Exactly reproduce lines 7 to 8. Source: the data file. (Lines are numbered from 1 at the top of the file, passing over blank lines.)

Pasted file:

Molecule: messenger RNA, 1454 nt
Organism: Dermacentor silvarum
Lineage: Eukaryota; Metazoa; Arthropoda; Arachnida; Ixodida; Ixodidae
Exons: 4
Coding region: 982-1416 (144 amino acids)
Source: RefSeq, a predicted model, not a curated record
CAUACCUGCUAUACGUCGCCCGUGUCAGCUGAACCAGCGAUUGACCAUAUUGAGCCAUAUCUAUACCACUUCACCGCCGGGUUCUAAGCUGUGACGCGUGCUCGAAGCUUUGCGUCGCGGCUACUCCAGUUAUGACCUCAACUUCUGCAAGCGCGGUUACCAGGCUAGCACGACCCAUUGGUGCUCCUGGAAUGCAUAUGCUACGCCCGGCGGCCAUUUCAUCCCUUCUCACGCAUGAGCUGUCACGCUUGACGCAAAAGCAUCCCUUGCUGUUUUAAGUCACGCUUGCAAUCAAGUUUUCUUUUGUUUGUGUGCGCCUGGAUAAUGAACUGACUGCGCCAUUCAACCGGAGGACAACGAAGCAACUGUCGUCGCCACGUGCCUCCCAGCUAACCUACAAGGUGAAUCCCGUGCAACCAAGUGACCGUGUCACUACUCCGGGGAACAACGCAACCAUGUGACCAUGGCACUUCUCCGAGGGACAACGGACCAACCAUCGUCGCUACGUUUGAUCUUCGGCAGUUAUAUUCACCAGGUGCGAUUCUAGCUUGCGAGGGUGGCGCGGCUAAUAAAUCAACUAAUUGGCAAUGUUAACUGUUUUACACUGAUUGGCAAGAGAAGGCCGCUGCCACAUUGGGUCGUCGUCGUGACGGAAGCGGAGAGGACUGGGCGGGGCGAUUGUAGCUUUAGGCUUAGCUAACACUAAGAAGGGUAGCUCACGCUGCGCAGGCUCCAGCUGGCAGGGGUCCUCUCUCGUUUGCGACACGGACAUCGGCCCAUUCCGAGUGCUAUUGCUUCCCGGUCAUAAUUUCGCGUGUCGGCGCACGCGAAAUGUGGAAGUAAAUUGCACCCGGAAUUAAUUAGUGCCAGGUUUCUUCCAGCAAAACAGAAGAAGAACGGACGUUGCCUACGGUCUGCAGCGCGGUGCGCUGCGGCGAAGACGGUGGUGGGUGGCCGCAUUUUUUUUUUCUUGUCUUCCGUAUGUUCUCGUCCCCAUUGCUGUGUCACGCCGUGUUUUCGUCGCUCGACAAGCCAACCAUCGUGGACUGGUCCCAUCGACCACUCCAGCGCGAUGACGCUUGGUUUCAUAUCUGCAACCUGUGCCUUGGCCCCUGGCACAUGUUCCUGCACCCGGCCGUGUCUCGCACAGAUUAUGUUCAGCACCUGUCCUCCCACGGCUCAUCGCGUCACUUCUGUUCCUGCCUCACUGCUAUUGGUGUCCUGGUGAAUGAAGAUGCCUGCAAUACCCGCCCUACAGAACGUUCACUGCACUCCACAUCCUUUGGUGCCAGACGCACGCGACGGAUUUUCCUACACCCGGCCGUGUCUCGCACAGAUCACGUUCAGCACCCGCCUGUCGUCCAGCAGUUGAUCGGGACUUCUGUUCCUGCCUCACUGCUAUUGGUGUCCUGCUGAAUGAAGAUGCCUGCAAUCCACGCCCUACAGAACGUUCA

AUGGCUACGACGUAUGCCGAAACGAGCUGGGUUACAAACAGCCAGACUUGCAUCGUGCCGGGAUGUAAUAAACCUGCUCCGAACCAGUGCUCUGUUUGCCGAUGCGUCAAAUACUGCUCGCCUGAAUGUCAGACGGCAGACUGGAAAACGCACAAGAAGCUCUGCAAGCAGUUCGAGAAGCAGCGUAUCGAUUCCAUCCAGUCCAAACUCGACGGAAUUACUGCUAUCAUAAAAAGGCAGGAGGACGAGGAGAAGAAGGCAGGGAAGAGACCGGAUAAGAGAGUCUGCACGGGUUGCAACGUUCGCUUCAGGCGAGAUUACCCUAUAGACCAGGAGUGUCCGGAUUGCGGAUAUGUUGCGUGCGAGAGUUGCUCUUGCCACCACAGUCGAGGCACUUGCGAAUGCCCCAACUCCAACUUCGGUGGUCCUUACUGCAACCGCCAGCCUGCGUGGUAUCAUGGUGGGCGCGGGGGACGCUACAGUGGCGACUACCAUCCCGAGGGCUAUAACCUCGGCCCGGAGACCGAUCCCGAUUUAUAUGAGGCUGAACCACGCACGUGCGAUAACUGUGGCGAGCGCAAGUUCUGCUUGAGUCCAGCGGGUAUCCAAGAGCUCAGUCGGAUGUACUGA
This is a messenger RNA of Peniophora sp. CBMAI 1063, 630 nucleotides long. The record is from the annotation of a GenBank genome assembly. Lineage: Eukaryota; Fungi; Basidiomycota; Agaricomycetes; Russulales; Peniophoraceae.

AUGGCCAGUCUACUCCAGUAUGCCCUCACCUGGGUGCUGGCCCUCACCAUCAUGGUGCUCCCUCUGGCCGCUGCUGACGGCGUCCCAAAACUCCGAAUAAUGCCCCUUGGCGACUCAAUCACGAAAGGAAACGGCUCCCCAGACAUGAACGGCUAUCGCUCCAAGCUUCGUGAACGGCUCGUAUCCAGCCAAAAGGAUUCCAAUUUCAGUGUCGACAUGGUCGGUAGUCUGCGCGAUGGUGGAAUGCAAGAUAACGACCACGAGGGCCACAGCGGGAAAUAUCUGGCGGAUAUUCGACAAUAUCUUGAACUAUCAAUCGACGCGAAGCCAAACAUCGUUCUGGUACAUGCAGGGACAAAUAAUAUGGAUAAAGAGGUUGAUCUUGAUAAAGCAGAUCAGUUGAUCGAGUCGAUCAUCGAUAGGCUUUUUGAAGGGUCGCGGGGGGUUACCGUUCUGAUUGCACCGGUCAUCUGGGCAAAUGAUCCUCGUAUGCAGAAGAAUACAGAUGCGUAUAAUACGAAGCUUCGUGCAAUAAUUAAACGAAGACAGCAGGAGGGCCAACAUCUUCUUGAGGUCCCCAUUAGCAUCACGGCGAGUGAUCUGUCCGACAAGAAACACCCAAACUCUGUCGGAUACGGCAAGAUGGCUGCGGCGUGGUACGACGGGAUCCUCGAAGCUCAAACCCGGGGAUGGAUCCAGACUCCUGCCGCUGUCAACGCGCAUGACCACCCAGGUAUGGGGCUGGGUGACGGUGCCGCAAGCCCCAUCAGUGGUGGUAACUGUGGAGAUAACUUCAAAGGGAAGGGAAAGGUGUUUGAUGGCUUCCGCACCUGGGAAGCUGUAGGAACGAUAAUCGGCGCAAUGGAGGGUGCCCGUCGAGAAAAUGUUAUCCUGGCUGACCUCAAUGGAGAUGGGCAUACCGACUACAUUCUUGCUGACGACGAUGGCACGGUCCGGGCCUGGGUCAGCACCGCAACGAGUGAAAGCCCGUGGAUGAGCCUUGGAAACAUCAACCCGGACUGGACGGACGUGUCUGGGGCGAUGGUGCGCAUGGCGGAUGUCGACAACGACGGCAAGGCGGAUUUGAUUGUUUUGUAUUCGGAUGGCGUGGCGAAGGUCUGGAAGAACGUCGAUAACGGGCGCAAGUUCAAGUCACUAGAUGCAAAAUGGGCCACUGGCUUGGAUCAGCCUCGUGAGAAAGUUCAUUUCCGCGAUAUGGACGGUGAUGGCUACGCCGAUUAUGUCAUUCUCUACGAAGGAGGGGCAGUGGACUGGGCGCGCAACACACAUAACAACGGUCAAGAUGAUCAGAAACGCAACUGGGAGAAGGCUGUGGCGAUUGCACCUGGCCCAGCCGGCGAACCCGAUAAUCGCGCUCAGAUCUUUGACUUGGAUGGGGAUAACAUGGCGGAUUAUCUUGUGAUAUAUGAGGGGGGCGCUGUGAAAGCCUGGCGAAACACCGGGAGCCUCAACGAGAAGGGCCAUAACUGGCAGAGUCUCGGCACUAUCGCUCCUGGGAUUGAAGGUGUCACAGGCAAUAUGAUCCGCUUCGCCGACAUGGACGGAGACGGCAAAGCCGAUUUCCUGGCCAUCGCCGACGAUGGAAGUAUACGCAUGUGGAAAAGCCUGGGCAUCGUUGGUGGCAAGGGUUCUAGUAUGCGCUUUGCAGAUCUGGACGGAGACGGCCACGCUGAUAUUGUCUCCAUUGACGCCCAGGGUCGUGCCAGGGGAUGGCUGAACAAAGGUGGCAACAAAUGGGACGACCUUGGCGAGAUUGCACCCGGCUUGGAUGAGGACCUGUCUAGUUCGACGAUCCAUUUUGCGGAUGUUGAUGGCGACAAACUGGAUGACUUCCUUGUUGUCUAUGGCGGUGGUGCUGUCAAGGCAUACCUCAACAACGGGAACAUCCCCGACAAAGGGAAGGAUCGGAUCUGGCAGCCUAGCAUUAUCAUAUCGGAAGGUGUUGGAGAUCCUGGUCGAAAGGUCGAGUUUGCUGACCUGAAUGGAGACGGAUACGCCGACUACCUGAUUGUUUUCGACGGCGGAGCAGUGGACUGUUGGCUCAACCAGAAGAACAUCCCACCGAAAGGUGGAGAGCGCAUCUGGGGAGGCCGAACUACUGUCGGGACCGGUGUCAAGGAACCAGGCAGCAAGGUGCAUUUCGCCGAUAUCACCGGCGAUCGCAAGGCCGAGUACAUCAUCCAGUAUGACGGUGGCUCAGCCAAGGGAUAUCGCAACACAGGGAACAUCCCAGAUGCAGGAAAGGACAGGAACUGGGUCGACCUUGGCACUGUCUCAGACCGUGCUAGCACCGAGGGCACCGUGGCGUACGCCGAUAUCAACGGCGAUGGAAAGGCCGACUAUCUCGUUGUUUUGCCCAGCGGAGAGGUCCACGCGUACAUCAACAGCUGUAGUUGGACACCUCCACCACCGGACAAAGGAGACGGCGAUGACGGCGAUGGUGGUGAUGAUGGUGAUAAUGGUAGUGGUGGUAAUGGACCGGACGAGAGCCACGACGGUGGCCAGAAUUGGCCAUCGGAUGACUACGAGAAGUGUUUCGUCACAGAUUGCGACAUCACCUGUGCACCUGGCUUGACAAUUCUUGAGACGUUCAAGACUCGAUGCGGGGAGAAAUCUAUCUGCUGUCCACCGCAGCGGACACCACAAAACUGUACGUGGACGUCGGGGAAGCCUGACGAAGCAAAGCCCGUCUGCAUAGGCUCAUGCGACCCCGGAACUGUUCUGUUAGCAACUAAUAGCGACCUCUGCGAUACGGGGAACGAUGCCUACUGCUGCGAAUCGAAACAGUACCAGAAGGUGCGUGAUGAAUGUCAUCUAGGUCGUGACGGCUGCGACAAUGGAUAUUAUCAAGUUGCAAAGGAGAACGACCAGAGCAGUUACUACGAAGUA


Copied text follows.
CAUACCUGCUAUACGUCGCCCGUGUCAGCUGAACCAGCGAUUGACCAUAUUGAGCCAUAUCUAUACCACUUCACCGCCGGGUUCUAAGCUGUGACGCGUGCUCGAAGCUUUGCGUCGCGGCUACUCCAGUUAUGACCUCAACUUCUGCAAGCGCGGUUACCAGGCUAGCACGACCCAUUGGUGCUCCUGGAAUGCAUAUGCUACGCCCGGCGGCCAUUUCAUCCCUUCUCACGCAUGAGCUGUCACGCUUGACGCAAAAGCAUCCCUUGCUGUUUUAAGUCACGCUUGCAAUCAAGUUUUCUUUUGUUUGUGUGCGCCUGGAUAAUGAACUGACUGCGCCAUUCAACCGGAGGACAACGAAGCAACUGUCGUCGCCACGUGCCUCCCAGCUAACCUACAAGGUGAAUCCCGUGCAACCAAGUGACCGUGUCACUACUCCGGGGAACAACGCAACCAUGUGACCAUGGCACUUCUCCGAGGGACAACGGACCAACCAUCGUCGCUACGUUUGAUCUUCGGCAGUUAUAUUCACCAGGUGCGAUUCUAGCUUGCGAGGGUGGCGCGGCUAAUAAAUCAACUAAUUGGCAAUGUUAACUGUUUUACACUGAUUGGCAAGAGAAGGCCGCUGCCACAUUGGGUCGUCGUCGUGACGGAAGCGGAGAGGACUGGGCGGGGCGAUUGUAGCUUUAGGCUUAGCUAACACUAAGAAGGGUAGCUCACGCUGCGCAGGCUCCAGCUGGCAGGGGUCCUCUCUCGUUUGCGACACGGACAUCGGCCCAUUCCGAGUGCUAUUGCUUCCCGGUCAUAAUUUCGCGUGUCGGCGCACGCGAAAUGUGGAAGUAAAUUGCACCCGGAAUUAAUUAGUGCCAGGUUUCUUCCAGCAAAACAGAAGAAGAACGGACGUUGCCUACGGUCUGCAGCGCGGUGCGCUGCGGCGAAGACGGUGGUGGGUGGCCGCAUUUUUUUUUUCUUGUCUUCCGUAUGUUCUCGUCCCCAUUGCUGUGUCACGCCGUGUUUUCGUCGCUCGACAAGCCAACCAUCGUGGACUGGUCCCAUCGACCACUCCAGCGCGAUGACGCUUGGUUUCAUAUCUGCAACCUGUGCCUUGGCCCCUGGCACAUGUUCCUGCACCCGGCCGUGUCUCGCACAGAUUAUGUUCAGCACCUGUCCUCCCACGGCUCAUCGCGUCACUUCUGUUCCUGCCUCACUGCUAUUGGUGUCCUGGUGAAUGAAGAUGCCUGCAAUACCCGCCCUACAGAACGUUCACUGCACUCCACAUCCUUUGGUGCCAGACGCACGCGACGGAUUUUCCUACACCCGGCCGUGUCUCGCACAGAUCACGUUCAGCACCCGCCUGUCGUCCAGCAGUUGAUCGGGACUUCUGUUCCUGCCUCACUGCUAUUGGUGUCCUGCUGAAUGAAGAUGCCUGCAAUCCACGCCCUACAGAACGUUCA

AUGGCUACGACGUAUGCCGAAACGAGCUGGGUUACAAACAGCCAGACUUGCAUCGUGCCGGGAUGUAAUAAACCUGCUCCGAACCAGUGCUCUGUUUGCCGAUGCGUCAAAUACUGCUCGCCUGAAUGUCAGACGGCAGACUGGAAAACGCACAAGAAGCUCUGCAAGCAGUUCGAGAAGCAGCGUAUCGAUUCCAUCCAGUCCAAACUCGACGGAAUUACUGCUAUCAUAAAAAGGCAGGAGGACGAGGAGAAGAAGGCAGGGAAGAGACCGGAUAAGAGAGUCUGCACGGGUUGCAACGUUCGCUUCAGGCGAGAUUACCCUAUAGACCAGGAGUGUCCGGAUUGCGGAUAUGUUGCGUGCGAGAGUUGCUCUUGCCACCACAGUCGAGGCACUUGCGAAUGCCCCAACUCCAACUUCGGUGGUCCUUACUGCAACCGCCAGCCUGCGUGGUAUCAUGGUGGGCGCGGGGGACGCUACAGUGGCGACUACCAUCCCGAGGGCUAUAACCUCGGCCCGGAGACCGAUCCCGAUUUAUAUGAGGCUGAACCACGCACGUGCGAUAACUGUGGCGAGCGCAAGUUCUGCUUGAGUCCAGCGGGUAUCCAAGAGCUCAGUCGGAUGUACUGA